by Peter Follansbee
A wooden spoon – you can get one for a dollar in many places. It’s just a stick with a hollow shaped at one end. Why go to any bother over such a thing? Use them to stir sauces, dole out rice and beans, then forget about them. But like much in woodworking, the hand-carved spoon is in another sphere than its mass-produced substitute.
I have worked wood for more than 30 years, and made several households’ worth of furniture both simple and complex. The spoon remains a greater challenge than my most ambitious court cupboard or joined and carved chest. This aspect of woodworking is about tradition, design, shapes, forms and function. In spoon carving, you learn about edge tools, green wood and body mechanics – all while sampling a variety of local woods that might otherwise never make it to your workbench.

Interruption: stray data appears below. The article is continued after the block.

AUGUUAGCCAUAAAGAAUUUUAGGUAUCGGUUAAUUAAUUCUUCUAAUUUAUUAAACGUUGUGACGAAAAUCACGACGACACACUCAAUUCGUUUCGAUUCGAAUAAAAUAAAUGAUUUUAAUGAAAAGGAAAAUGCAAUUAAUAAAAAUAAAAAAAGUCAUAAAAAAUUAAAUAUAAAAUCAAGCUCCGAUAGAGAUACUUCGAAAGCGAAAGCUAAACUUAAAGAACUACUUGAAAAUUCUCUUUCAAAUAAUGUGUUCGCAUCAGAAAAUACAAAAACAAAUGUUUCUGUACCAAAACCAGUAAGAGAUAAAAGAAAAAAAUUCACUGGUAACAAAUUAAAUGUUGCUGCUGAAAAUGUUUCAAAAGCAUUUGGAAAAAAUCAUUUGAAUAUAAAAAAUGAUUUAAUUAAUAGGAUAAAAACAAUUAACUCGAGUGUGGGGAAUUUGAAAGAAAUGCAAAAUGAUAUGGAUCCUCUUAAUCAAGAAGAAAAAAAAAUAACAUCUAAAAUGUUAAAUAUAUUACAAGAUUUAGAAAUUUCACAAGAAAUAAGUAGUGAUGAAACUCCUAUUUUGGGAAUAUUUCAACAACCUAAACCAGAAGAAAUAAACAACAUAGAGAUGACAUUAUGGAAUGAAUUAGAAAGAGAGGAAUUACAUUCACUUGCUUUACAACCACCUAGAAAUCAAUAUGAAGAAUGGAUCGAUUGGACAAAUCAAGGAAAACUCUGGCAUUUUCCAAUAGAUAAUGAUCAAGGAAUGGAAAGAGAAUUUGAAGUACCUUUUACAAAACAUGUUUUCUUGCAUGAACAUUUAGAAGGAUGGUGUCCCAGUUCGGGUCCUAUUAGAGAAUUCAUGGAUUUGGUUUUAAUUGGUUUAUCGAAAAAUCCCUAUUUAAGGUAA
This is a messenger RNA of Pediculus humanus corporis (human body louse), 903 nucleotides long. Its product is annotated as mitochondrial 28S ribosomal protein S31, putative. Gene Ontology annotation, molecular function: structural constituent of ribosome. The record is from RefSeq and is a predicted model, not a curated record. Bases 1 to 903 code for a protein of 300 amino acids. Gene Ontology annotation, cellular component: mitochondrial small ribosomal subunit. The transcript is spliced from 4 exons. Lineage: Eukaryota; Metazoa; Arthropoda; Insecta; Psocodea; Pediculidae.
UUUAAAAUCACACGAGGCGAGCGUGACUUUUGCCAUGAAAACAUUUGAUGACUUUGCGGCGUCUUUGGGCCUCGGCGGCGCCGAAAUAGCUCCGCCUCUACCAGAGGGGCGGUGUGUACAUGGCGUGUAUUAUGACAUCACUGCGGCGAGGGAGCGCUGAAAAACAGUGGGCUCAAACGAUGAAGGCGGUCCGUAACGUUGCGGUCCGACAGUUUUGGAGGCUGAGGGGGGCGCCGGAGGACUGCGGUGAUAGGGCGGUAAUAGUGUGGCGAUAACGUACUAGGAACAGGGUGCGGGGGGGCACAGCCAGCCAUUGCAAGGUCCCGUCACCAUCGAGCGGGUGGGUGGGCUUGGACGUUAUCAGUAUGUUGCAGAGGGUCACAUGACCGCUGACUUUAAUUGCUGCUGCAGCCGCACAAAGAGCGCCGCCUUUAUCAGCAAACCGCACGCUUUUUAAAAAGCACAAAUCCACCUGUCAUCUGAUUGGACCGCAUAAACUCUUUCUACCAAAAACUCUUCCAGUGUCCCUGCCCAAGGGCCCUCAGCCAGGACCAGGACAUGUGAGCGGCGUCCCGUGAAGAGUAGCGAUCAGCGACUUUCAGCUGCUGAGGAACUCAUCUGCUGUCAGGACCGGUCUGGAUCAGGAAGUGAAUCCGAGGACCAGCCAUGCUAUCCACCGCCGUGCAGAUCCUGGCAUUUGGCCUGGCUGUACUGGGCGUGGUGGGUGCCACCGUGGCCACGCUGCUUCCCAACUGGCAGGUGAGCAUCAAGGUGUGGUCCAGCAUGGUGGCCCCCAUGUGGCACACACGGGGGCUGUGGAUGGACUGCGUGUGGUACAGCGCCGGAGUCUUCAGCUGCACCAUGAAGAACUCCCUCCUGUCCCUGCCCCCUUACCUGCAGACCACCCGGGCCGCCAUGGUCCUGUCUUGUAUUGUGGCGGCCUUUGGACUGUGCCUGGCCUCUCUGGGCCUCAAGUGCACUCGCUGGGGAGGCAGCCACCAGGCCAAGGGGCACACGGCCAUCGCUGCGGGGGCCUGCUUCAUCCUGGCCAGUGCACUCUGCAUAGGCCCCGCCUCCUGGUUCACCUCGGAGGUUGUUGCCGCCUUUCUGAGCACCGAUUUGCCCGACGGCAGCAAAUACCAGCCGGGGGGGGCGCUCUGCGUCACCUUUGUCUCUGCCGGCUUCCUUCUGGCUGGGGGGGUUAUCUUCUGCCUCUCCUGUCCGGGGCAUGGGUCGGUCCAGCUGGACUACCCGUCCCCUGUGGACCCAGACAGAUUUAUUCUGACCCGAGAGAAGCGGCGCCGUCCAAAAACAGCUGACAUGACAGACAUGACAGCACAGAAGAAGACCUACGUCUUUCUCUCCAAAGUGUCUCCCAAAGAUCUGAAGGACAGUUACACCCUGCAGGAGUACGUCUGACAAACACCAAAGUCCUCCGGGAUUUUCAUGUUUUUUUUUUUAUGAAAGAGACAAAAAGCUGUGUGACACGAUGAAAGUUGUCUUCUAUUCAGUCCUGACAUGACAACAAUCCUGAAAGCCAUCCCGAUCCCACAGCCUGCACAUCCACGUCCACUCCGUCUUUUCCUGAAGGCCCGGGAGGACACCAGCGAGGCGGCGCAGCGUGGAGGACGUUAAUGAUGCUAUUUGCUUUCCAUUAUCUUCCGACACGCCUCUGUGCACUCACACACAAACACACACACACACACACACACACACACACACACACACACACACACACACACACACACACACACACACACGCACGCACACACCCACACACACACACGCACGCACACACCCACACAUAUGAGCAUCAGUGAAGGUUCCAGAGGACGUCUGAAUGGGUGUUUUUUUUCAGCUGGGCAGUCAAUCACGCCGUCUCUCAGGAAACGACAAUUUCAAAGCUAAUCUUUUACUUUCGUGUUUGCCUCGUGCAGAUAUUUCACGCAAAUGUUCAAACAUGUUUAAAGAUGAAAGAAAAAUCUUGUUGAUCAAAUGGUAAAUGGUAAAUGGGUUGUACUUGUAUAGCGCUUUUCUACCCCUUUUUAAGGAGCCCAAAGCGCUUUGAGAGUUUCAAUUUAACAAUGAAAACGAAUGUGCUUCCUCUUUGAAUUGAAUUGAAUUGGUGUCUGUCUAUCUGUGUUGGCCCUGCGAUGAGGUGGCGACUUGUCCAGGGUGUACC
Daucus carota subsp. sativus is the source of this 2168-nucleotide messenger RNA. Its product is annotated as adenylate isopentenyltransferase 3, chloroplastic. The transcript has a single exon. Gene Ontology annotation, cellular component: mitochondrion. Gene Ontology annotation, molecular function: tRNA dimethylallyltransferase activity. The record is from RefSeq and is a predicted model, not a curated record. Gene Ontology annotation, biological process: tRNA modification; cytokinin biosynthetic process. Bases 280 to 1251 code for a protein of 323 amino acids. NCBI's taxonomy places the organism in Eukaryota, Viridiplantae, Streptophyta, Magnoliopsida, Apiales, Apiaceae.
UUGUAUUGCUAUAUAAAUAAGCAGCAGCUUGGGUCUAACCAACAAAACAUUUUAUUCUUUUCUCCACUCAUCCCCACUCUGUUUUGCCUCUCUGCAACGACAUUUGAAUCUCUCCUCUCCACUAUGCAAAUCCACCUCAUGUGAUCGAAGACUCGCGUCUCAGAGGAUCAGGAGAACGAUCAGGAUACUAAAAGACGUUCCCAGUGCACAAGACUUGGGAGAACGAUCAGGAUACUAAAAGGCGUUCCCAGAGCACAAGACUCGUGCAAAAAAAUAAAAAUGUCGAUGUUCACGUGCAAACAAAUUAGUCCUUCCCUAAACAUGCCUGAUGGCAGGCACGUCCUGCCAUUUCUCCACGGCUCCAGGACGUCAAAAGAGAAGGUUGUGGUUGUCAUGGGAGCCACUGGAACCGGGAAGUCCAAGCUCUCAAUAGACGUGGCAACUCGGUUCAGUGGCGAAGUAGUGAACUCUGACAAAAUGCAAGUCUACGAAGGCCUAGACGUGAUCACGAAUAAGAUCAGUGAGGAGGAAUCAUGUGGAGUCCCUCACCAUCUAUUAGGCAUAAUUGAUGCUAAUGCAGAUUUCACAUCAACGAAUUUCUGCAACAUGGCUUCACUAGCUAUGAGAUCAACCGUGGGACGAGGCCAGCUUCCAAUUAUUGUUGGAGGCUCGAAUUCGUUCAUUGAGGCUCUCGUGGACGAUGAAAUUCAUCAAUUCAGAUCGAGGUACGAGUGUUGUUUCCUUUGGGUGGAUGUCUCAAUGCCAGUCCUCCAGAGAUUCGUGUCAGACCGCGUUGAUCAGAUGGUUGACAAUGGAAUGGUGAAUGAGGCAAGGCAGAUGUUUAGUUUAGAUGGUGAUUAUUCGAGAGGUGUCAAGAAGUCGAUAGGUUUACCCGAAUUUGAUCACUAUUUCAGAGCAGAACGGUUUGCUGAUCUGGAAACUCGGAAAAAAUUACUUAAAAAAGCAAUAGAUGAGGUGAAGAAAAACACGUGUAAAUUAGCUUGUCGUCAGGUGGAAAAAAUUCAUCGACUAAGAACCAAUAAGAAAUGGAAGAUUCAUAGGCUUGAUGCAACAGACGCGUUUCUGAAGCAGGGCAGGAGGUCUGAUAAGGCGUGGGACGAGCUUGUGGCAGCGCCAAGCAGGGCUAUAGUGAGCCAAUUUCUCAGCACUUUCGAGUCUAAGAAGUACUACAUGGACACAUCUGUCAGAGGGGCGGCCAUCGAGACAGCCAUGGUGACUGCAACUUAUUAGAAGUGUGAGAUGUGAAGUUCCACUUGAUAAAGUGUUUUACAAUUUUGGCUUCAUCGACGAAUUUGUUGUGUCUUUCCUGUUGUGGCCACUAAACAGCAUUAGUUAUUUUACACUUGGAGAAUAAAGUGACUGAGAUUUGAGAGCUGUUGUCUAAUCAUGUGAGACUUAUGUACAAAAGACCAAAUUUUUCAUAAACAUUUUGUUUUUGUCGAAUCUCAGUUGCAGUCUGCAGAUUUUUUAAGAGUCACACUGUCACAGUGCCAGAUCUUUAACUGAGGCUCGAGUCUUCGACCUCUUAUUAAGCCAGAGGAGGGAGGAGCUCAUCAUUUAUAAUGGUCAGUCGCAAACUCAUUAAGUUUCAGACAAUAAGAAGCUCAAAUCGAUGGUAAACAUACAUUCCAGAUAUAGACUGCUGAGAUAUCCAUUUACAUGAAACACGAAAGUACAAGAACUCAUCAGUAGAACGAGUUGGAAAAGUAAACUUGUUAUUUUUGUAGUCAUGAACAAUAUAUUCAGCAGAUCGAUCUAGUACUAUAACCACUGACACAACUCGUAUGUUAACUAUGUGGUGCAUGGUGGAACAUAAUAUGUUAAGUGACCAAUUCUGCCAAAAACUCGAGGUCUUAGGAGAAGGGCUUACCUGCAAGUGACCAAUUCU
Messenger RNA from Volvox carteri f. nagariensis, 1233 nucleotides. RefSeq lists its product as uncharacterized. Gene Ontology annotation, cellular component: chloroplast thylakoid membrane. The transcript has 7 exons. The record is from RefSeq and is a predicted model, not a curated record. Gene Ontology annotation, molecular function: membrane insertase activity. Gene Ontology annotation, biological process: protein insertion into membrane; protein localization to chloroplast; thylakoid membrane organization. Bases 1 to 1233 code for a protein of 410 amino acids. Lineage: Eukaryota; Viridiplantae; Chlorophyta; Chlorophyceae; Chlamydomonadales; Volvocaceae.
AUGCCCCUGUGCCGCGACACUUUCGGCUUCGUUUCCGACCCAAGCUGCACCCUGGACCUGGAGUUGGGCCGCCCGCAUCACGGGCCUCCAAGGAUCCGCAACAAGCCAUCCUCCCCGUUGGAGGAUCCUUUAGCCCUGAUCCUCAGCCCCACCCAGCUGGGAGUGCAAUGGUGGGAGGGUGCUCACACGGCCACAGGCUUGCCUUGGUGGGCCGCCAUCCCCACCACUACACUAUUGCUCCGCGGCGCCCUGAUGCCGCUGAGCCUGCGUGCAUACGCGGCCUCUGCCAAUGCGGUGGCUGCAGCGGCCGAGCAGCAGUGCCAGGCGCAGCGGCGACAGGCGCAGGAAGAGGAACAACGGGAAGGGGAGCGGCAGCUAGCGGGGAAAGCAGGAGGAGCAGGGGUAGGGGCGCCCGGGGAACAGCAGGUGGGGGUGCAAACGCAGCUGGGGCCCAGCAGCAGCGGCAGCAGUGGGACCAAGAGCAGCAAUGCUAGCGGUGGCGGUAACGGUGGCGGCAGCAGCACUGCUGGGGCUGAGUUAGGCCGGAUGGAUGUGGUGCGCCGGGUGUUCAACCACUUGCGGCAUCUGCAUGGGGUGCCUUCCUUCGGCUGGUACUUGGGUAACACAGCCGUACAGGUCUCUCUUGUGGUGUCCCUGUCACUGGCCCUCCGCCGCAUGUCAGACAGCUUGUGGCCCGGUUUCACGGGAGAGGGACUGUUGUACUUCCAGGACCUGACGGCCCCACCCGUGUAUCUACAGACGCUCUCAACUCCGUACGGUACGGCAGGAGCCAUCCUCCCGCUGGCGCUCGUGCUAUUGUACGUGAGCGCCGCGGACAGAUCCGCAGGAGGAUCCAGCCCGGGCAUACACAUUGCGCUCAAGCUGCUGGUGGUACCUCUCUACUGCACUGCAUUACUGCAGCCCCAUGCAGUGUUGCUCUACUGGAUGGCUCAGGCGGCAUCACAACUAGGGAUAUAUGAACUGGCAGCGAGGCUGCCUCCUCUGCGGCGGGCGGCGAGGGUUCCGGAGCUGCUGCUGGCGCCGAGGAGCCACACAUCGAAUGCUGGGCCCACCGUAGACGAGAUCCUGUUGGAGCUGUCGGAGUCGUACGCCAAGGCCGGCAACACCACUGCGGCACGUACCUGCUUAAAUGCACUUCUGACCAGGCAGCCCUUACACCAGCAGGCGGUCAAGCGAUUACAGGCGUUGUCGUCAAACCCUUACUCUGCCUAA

The spoon carving I learned from Jögge Sundqvist, his father, Wille Sundqvist, and Drew Langsner is part of a Swedish tradition, the revival of which was really spearheaded by Wille. My first attempts were thick and clunky.
One nice thing about spoons is that you get another chance to get it right in just a couple of hours or less. Another nice thing is that you can do most of it – other than the hatchet work – anywhere; you don’t really need a dedicated shop space.
Video: “The Spoon, the Bowl and the Knife,” a documentary about Swedish craftsman Wille Sundqvist, available at Country Workshops and Pinewood Forge.
Blog: Read Peter Follansbee’s blog, Joiner’s Notes.
To Buy: “Swedish Carving Techniques” by Wille Sundqvist (Taunton).